For donations for bloggers, if you're not in the USA you're stuck with Paypal at the moment, though I don't like it for various reasons (not least because it seems virtually impossible to accept donations via Paypal anonymously to the donor, and their support people are hopeless), so I refuse to use it. (Yes that means I barely Ebay too, dinosaur that I am. But at least I own a mobile phone...).

Hurry up and extend Checkout to the UK, please Google!

Firefox: problems posting on Blogger?

When I got the security upgrade for Firefox it completely screwed up my Blogger posting in Fox - nothing happened on clicking Edit HTML or clicking Preview.

I could Save as Draft and even Publish a full post from the Compose box, but if I tried to edit my saved draft the compose box flashed up with the text for a second, then went blank.

My Technorati tags box completely vanished too.

But there were no problems with the post editor in Blogger Beta.

However, I found that when I upgraded to Firefox 2 it was all fine & dandy again. And all my other Greasemonkey userscripts seem to be working fine too.

So that's the answer if you just got the security update for Fox and then your classic Blogger posting got messed up - use Firefox 2 instead. (Or switch to Blogger Beta, if you can - i.e. if you don't have a large blog or team blog).

Blogger Beta: ftp blogs can now switch

The official Blogger Buzz reports that you can now switch your blog to Blogger Beta if you use FTP. I don't, so I don't know how well it works but they say they've tested it on the four most popular hosting providers for Blogger such as Your-Site (I wonder what the others are?).

But note that: "We do recommend that, before you switch, you create an account on the new version of Blogger by signing in with a Google Account at Try creating a test blog there and verifying that it can publish to your hosting provider. You can then switch your current Blogger blog to this Google Account. Or, just ask around on the Blogger Help Group to find out if other people have had success publishing to your particular hosting provider.

If publishing to your hosting provider does not work — especially if it did work with the current Blogger — send a message to Blogger Support. We want to fix all FTP publishing problems that we are able to.

Extra tip: ask your hosting provider if they support SFTP. If they do, you should use it instead of FTP. It’s more secure than FTP and we’ve found that it will often work when FTP does not."

Also be warned (from the Known Issues Blog) that if you switch to Blogger Beta, your most recently updated 25 posts will appear as new in feed aggregators.

I still have no ability to switch from classic Blogger on my Dashboard, presumably as my blog is large. Just as well as I've not had a chance to get to grips with the new nuts & bolts of Beta yet!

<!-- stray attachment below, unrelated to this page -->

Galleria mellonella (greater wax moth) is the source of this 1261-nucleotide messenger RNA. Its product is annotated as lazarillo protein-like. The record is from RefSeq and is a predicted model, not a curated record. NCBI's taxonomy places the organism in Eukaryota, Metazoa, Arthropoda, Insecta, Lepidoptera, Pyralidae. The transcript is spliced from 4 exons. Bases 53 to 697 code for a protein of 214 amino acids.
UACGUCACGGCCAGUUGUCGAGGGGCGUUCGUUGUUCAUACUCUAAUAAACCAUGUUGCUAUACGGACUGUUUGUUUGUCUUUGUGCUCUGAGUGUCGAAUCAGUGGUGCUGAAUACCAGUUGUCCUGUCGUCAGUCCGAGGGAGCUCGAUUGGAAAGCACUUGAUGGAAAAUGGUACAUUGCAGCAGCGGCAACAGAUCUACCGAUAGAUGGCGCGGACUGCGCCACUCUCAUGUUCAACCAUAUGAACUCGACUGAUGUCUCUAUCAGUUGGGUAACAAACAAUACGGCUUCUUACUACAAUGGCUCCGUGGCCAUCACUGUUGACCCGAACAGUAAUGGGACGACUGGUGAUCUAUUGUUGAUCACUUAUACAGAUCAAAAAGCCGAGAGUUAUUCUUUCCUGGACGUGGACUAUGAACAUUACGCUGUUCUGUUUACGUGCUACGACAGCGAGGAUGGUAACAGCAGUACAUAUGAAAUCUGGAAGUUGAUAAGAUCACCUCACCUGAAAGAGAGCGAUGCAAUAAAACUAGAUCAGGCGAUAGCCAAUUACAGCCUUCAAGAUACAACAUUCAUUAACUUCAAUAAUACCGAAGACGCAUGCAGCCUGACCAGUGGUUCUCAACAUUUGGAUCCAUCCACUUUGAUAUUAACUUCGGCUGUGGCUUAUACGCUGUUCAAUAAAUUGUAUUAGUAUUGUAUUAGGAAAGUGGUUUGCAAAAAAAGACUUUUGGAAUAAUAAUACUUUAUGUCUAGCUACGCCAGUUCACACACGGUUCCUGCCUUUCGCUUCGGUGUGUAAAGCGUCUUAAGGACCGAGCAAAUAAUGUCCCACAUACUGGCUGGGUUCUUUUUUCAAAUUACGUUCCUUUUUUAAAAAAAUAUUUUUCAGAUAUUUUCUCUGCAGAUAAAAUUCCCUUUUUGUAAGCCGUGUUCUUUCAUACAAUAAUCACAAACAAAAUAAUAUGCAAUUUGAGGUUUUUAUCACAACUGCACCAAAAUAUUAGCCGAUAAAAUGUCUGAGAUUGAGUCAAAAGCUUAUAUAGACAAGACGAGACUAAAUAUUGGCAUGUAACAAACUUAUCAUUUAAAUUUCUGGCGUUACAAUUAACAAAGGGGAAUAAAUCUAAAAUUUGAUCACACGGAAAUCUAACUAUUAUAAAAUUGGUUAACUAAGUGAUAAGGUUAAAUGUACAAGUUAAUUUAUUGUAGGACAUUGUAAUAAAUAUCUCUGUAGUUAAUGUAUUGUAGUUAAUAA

Tuesday, 7 November 2006

Blogger Beta: show-hide peekaboo navbar update

I've updated my post on Avatar's show-hide peekaboo navbar for Blogger with a link to his Blogger Beta version - see that post for the links and some thoughts about whether Blogger's legal requirements (terms of service or TOS) allow hiding of the navbar.

Thanks to Avatar for the info.

Monday, 6 November 2006

Digital rights, intellectual property (IP), internet and UK law: update - CD ripping, etc

Just to add to the chorus of approval for the 29 October 2006 report Public Innovation: Intellectual property in a digital age by William Davies and Kay Withers of influential thinktank The Institute of Public Policy Research, which report has been widely covered e.g. by the BBC, by Creative Commons driving force and luminary Lawrence Lessig, even by the Financial Times newspaper.

You can get the executive summary PDF (requires brief registration) or, as an IPPR blog post mentions, download the full PDF report for free (NB it's 104 pgs long).

The contents of the report will hopefully be taken into proper consideration by the Gower review on intellectual property in the UK. I mentioned the IPPR research in my previous post on IP and digital rights in the UK.

CD ripping for personal use should be legalised

The main focus of the press was on the IPPR report's call (which many have been sounding for ages) to legitimise the copying of CDs for personal use (but not of course copying by commercial pirates). Yes, that's right, in the UK ripping bought CDs to transfer music that you've paid to your MP3 player or MP3 phone is a breach of copyright and illegal, although many people don't realise that. Indeed, back in May 2006, a survey by the National Consumer Council found that "Over half of British consumers are infringing copyright law by copying their CDs onto other players they own... highlighting the absurdity of current copyright law. Three in five (59%) thought copying was perfectly legal, despite the fact that current UK law does not provide a right to reproduce copyrighted material for private use - including CDs, DVDs and downloads."

As I've banged on about before, in the USA there is a general concept of "fair use" of copyrighted works, with factors to be considered in deciding what is or is not fair use; in the UK (see the unofficial version linked to from the UK Patents Office's page on copyright) there is no longer any GENERAL concept of fair use, but rather certain narrow categories of things (like private research or reviews/criticism) which are specifically considered to be "fair dealing". If something which would violate someone else's copyright is not within one of those specific categories, it just can't be "fair dealing" legally, in the UK, and would not be allowed even if in common sense terms one might consider it "fair use". (There used to be a broader concept of "fair dealing" but its scope has been significantly reduced, and I happen to think it's gone too far in the direction of rights holders).